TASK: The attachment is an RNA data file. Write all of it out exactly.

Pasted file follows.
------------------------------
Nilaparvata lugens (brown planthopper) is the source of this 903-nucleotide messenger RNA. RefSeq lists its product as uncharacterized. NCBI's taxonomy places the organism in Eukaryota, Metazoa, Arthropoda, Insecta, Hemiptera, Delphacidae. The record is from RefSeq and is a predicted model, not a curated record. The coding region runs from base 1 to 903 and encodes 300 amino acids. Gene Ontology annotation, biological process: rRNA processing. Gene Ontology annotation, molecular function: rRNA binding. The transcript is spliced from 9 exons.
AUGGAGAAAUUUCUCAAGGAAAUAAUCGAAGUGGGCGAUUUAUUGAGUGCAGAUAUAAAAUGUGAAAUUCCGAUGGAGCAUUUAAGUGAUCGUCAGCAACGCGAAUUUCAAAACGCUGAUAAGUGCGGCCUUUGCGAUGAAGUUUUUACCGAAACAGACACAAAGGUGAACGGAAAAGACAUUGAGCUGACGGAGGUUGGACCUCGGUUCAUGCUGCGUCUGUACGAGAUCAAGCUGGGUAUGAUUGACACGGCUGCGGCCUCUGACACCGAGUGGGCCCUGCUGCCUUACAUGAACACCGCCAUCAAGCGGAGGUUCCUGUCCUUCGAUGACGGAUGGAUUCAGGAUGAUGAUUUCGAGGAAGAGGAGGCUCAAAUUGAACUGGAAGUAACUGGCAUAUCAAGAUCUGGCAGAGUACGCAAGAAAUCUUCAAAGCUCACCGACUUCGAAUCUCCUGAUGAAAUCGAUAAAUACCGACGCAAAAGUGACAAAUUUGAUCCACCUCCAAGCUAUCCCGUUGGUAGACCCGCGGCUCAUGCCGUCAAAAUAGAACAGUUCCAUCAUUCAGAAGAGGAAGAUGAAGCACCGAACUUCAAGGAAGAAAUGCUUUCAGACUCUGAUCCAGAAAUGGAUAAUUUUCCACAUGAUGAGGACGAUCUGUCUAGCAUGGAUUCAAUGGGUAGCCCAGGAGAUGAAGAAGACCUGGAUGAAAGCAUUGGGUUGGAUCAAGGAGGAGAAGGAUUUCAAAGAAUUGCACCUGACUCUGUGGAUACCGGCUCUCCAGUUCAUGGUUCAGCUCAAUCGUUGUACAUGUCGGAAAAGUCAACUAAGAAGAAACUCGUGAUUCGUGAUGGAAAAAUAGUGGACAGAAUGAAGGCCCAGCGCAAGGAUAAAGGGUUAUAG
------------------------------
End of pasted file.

Nilaparvata lugens (brown planthopper) is the source of this 903-nucleotide messenger RNA. RefSeq lists its product as uncharacterized. NCBI's taxonomy places the organism in Eukaryota, Metazoa, Arthropoda, Insecta, Hemiptera, Delphacidae. The record is from RefSeq and is a predicted model, not a curated record. The coding region runs from base 1 to 903 and encodes 300 amino acids. Gene Ontology annotation, biological process: rRNA processing. Gene Ontology annotation, molecular function: rRNA binding. The transcript is spliced from 9 exons.
AUGGAGAAAUUUCUCAAGGAAAUAAUCGAAGUGGGCGAUUUAUUGAGUGCAGAUAUAAAAUGUGAAAUUCCGAUGGAGCAUUUAAGUGAUCGUCAGCAACGCGAAUUUCAAAACGCUGAUAAGUGCGGCCUUUGCGAUGAAGUUUUUACCGAAACAGACACAAAGGUGAACGGAAAAGACAUUGAGCUGACGGAGGUUGGACCUCGGUUCAUGCUGCGUCUGUACGAGAUCAAGCUGGGUAUGAUUGACACGGCUGCGGCCUCUGACACCGAGUGGGCCCUGCUGCCUUACAUGAACACCGCCAUCAAGCGGAGGUUCCUGUCCUUCGAUGACGGAUGGAUUCAGGAUGAUGAUUUCGAGGAAGAGGAGGCUCAAAUUGAACUGGAAGUAACUGGCAUAUCAAGAUCUGGCAGAGUACGCAAGAAAUCUUCAAAGCUCACCGACUUCGAAUCUCCUGAUGAAAUCGAUAAAUACCGACGCAAAAGUGACAAAUUUGAUCCACCUCCAAGCUAUCCCGUUGGUAGACCCGCGGCUCAUGCCGUCAAAAUAGAACAGUUCCAUCAUUCAGAAGAGGAAGAUGAAGCACCGAACUUCAAGGAAGAAAUGCUUUCAGACUCUGAUCCAGAAAUGGAUAAUUUUCCACAUGAUGAGGACGAUCUGUCUAGCAUGGAUUCAAUGGGUAGCCCAGGAGAUGAAGAAGACCUGGAUGAAAGCAUUGGGUUGGAUCAAGGAGGAGAAGGAUUUCAAAGAAUUGCACCUGACUCUGUGGAUACCGGCUCUCCAGUUCAUGGUUCAGCUCAAUCGUUGUACAUGUCGGAAAAGUCAACUAAGAAGAAACUCGUGAUUCGUGAUGGAAAAAUAGUGGACAGAAUGAAGGCCCAGCGCAAGGAUAAAGGGUUAUAG